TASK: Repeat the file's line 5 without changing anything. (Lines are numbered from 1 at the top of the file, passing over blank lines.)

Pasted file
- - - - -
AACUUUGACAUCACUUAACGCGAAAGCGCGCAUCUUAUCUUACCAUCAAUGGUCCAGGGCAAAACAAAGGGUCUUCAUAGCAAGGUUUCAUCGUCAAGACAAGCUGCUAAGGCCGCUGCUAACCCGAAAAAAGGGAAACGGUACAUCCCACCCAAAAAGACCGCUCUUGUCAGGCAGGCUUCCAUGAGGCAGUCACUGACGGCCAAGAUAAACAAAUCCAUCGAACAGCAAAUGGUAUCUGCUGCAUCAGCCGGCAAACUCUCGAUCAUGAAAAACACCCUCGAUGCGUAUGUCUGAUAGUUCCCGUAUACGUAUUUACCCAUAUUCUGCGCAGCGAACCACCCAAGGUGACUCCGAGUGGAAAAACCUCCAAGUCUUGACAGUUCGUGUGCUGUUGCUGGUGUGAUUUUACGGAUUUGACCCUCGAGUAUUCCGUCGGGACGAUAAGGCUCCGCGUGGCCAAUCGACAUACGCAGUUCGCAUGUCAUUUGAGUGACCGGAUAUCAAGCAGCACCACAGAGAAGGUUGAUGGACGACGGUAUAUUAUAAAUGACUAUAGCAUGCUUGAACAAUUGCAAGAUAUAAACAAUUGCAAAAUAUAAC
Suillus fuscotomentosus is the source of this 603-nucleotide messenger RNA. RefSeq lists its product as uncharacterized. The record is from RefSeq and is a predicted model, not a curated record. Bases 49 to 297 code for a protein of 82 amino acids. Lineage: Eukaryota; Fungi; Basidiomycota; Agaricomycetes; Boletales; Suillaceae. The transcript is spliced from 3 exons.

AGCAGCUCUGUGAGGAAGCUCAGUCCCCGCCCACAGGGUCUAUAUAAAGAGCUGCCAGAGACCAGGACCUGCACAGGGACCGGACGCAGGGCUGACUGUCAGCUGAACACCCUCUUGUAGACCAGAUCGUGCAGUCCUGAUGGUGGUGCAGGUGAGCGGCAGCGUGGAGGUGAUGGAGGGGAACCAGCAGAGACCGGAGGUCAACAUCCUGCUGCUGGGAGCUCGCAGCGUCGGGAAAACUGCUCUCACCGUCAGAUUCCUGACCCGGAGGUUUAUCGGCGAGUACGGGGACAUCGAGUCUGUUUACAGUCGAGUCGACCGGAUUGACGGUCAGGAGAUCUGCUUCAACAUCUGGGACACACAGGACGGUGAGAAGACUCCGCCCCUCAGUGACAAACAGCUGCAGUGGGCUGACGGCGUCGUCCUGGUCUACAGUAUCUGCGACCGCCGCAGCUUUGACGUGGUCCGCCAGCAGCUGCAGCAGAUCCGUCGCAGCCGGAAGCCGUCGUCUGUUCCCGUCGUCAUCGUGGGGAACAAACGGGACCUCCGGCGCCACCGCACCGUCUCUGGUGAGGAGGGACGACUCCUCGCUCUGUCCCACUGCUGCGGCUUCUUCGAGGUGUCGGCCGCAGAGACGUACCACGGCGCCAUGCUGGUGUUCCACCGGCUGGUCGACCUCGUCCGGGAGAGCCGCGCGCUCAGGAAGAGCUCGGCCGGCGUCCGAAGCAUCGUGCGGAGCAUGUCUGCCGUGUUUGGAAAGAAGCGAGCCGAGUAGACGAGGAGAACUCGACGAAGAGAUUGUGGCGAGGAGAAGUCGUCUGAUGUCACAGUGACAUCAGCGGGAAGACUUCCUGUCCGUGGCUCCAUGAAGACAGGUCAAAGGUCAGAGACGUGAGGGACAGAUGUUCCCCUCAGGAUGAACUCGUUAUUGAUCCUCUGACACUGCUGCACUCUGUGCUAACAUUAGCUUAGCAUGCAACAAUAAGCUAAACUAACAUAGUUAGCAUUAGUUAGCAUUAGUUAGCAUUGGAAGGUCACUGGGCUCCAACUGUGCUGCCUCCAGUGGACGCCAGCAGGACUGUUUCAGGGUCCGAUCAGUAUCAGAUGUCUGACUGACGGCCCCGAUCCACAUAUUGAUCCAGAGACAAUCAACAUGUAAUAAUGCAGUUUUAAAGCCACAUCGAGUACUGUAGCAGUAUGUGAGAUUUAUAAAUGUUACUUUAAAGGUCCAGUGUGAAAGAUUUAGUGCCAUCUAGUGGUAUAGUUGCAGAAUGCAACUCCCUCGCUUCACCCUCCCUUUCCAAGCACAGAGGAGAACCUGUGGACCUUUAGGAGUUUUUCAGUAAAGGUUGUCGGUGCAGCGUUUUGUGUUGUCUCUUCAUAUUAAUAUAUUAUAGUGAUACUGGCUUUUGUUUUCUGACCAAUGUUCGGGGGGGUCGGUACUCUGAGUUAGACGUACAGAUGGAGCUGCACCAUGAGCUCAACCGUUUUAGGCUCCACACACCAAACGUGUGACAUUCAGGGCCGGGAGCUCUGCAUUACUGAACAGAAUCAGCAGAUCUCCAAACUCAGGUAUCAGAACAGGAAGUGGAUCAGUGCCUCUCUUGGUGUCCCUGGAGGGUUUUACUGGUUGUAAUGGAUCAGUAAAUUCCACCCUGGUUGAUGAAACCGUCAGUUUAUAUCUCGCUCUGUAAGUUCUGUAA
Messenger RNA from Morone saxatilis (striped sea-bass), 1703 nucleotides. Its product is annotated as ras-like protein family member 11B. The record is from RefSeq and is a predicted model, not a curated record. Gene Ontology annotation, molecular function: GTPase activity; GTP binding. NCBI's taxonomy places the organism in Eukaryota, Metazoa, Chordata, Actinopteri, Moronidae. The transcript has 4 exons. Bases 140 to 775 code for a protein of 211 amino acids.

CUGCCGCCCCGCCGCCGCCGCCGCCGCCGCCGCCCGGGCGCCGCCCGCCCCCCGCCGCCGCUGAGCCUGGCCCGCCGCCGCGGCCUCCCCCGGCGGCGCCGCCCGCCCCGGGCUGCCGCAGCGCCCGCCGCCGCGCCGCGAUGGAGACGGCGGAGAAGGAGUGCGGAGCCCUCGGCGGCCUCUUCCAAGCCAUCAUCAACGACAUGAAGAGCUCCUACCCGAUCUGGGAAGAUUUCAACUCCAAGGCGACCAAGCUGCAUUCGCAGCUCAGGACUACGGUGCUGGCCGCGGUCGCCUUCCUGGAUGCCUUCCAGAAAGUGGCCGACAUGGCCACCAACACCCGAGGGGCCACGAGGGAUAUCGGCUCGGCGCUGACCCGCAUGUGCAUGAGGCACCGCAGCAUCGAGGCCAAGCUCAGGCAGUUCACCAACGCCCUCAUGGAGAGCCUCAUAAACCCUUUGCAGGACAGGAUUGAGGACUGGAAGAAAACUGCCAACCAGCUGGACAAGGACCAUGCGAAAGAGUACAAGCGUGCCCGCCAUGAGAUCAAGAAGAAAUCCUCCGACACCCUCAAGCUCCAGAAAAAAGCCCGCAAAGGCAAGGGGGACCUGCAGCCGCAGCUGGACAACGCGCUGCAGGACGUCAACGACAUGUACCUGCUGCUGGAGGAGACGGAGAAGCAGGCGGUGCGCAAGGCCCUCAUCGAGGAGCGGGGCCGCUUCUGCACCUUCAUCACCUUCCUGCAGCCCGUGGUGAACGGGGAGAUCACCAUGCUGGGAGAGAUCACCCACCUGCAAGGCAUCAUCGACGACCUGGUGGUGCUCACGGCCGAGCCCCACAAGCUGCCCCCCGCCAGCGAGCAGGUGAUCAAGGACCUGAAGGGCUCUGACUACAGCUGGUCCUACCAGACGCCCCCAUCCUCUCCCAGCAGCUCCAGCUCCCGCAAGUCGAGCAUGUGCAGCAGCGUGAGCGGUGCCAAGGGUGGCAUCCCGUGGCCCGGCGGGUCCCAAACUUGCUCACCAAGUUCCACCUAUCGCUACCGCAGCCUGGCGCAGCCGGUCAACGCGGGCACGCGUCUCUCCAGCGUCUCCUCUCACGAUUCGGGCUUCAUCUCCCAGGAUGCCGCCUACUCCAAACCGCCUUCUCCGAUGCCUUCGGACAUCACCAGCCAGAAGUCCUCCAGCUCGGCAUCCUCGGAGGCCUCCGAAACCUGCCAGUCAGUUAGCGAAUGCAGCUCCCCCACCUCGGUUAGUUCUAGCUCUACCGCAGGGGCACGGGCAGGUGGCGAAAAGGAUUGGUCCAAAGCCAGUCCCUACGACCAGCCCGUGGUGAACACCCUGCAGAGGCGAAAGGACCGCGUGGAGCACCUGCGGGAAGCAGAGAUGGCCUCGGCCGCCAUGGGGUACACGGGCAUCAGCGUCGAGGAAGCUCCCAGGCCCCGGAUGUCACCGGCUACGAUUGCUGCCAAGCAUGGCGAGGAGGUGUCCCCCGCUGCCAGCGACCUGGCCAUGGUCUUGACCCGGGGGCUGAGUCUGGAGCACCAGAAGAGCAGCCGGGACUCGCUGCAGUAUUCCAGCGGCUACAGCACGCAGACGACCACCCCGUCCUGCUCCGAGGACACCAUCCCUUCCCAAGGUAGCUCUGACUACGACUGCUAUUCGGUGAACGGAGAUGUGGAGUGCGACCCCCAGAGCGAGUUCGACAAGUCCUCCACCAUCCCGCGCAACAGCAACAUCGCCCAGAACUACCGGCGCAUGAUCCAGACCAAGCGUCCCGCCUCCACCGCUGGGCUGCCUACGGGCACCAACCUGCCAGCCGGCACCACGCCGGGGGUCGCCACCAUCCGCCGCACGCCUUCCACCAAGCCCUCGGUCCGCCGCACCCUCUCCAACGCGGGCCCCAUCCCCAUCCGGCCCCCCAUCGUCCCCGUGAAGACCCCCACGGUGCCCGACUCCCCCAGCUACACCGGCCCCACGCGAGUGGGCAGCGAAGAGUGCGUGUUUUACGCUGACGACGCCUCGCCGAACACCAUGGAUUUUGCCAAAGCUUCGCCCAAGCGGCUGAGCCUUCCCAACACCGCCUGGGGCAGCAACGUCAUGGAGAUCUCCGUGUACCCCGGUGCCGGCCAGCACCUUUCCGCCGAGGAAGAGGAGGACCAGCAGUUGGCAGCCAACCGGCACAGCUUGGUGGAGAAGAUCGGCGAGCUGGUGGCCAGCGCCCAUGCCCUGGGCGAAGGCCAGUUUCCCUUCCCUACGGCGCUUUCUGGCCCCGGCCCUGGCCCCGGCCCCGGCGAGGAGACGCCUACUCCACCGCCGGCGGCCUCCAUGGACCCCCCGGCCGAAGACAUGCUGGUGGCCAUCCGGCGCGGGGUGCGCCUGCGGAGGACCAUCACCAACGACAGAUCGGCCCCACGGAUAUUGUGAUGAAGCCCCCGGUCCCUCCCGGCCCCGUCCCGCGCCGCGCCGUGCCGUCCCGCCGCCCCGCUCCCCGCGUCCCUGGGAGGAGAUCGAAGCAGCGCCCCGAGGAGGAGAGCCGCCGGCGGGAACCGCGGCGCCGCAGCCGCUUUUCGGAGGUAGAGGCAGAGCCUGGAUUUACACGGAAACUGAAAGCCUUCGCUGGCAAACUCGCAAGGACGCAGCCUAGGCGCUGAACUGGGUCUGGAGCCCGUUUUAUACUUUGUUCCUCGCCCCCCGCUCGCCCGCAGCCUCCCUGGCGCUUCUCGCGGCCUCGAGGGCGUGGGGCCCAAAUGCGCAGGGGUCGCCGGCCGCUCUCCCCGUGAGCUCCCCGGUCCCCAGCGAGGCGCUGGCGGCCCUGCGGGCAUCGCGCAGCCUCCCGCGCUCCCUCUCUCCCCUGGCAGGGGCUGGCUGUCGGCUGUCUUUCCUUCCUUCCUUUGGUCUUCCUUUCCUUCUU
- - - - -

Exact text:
CUGCCGCCCCGCCGCCGCCGCCGCCGCCGCCGCCCGGGCGCCGCCCGCCCCCCGCCGCCGCUGAGCCUGGCCCGCCGCCGCGGCCUCCCCCGGCGGCGCCGCCCGCCCCGGGCUGCCGCAGCGCCCGCCGCCGCGCCGCGAUGGAGACGGCGGAGAAGGAGUGCGGAGCCCUCGGCGGCCUCUUCCAAGCCAUCAUCAACGACAUGAAGAGCUCCUACCCGAUCUGGGAAGAUUUCAACUCCAAGGCGACCAAGCUGCAUUCGCAGCUCAGGACUACGGUGCUGGCCGCGGUCGCCUUCCUGGAUGCCUUCCAGAAAGUGGCCGACAUGGCCACCAACACCCGAGGGGCCACGAGGGAUAUCGGCUCGGCGCUGACCCGCAUGUGCAUGAGGCACCGCAGCAUCGAGGCCAAGCUCAGGCAGUUCACCAACGCCCUCAUGGAGAGCCUCAUAAACCCUUUGCAGGACAGGAUUGAGGACUGGAAGAAAACUGCCAACCAGCUGGACAAGGACCAUGCGAAAGAGUACAAGCGUGCCCGCCAUGAGAUCAAGAAGAAAUCCUCCGACACCCUCAAGCUCCAGAAAAAAGCCCGCAAAGGCAAGGGGGACCUGCAGCCGCAGCUGGACAACGCGCUGCAGGACGUCAACGACAUGUACCUGCUGCUGGAGGAGACGGAGAAGCAGGCGGUGCGCAAGGCCCUCAUCGAGGAGCGGGGCCGCUUCUGCACCUUCAUCACCUUCCUGCAGCCCGUGGUGAACGGGGAGAUCACCAUGCUGGGAGAGAUCACCCACCUGCAAGGCAUCAUCGACGACCUGGUGGUGCUCACGGCCGAGCCCCACAAGCUGCCCCCCGCCAGCGAGCAGGUGAUCAAGGACCUGAAGGGCUCUGACUACAGCUGGUCCUACCAGACGCCCCCAUCCUCUCCCAGCAGCUCCAGCUCCCGCAAGUCGAGCAUGUGCAGCAGCGUGAGCGGUGCCAAGGGUGGCAUCCCGUGGCCCGGCGGGUCCCAAACUUGCUCACCAAGUUCCACCUAUCGCUACCGCAGCCUGGCGCAGCCGGUCAACGCGGGCACGCGUCUCUCCAGCGUCUCCUCUCACGAUUCGGGCUUCAUCUCCCAGGAUGCCGCCUACUCCAAACCGCCUUCUCCGAUGCCUUCGGACAUCACCAGCCAGAAGUCCUCCAGCUCGGCAUCCUCGGAGGCCUCCGAAACCUGCCAGUCAGUUAGCGAAUGCAGCUCCCCCACCUCGGUUAGUUCUAGCUCUACCGCAGGGGCACGGGCAGGUGGCGAAAAGGAUUGGUCCAAAGCCAGUCCCUACGACCAGCCCGUGGUGAACACCCUGCAGAGGCGAAAGGACCGCGUGGAGCACCUGCGGGAAGCAGAGAUGGCCUCGGCCGCCAUGGGGUACACGGGCAUCAGCGUCGAGGAAGCUCCCAGGCCCCGGAUGUCACCGGCUACGAUUGCUGCCAAGCAUGGCGAGGAGGUGUCCCCCGCUGCCAGCGACCUGGCCAUGGUCUUGACCCGGGGGCUGAGUCUGGAGCACCAGAAGAGCAGCCGGGACUCGCUGCAGUAUUCCAGCGGCUACAGCACGCAGACGACCACCCCGUCCUGCUCCGAGGACACCAUCCCUUCCCAAGGUAGCUCUGACUACGACUGCUAUUCGGUGAACGGAGAUGUGGAGUGCGACCCCCAGAGCGAGUUCGACAAGUCCUCCACCAUCCCGCGCAACAGCAACAUCGCCCAGAACUACCGGCGCAUGAUCCAGACCAAGCGUCCCGCCUCCACCGCUGGGCUGCCUACGGGCACCAACCUGCCAGCCGGCACCACGCCGGGGGUCGCCACCAUCCGCCGCACGCCUUCCACCAAGCCCUCGGUCCGCCGCACCCUCUCCAACGCGGGCCCCAUCCCCAUCCGGCCCCCCAUCGUCCCCGUGAAGACCCCCACGGUGCCCGACUCCCCCAGCUACACCGGCCCCACGCGAGUGGGCAGCGAAGAGUGCGUGUUUUACGCUGACGACGCCUCGCCGAACACCAUGGAUUUUGCCAAAGCUUCGCCCAAGCGGCUGAGCCUUCCCAACACCGCCUGGGGCAGCAACGUCAUGGAGAUCUCCGUGUACCCCGGUGCCGGCCAGCACCUUUCCGCCGAGGAAGAGGAGGACCAGCAGUUGGCAGCCAACCGGCACAGCUUGGUGGAGAAGAUCGGCGAGCUGGUGGCCAGCGCCCAUGCCCUGGGCGAAGGCCAGUUUCCCUUCCCUACGGCGCUUUCUGGCCCCGGCCCUGGCCCCGGCCCCGGCGAGGAGACGCCUACUCCACCGCCGGCGGCCUCCAUGGACCCCCCGGCCGAAGACAUGCUGGUGGCCAUCCGGCGCGGGGUGCGCCUGCGGAGGACCAUCACCAACGACAGAUCGGCCCCACGGAUAUUGUGAUGAAGCCCCCGGUCCCUCCCGGCCCCGUCCCGCGCCGCGCCGUGCCGUCCCGCCGCCCCGCUCCCCGCGUCCCUGGGAGGAGAUCGAAGCAGCGCCCCGAGGAGGAGAGCCGCCGGCGGGAACCGCGGCGCCGCAGCCGCUUUUCGGAGGUAGAGGCAGAGCCUGGAUUUACACGGAAACUGAAAGCCUUCGCUGGCAAACUCGCAAGGACGCAGCCUAGGCGCUGAACUGGGUCUGGAGCCCGUUUUAUACUUUGUUCCUCGCCCCCCGCUCGCCCGCAGCCUCCCUGGCGCUUCUCGCGGCCUCGAGGGCGUGGGGCCCAAAUGCGCAGGGGUCGCCGGCCGCUCUCCCCGUGAGCUCCCCGGUCCCCAGCGAGGCGCUGGCGGCCCUGCGGGCAUCGCGCAGCCUCCCGCGCUCCCUCUCUCCCCUGGCAGGGGCUGGCUGUCGGCUGUCUUUCCUUCCUUCCUUUGGUCUUCCUUUCCUUCUU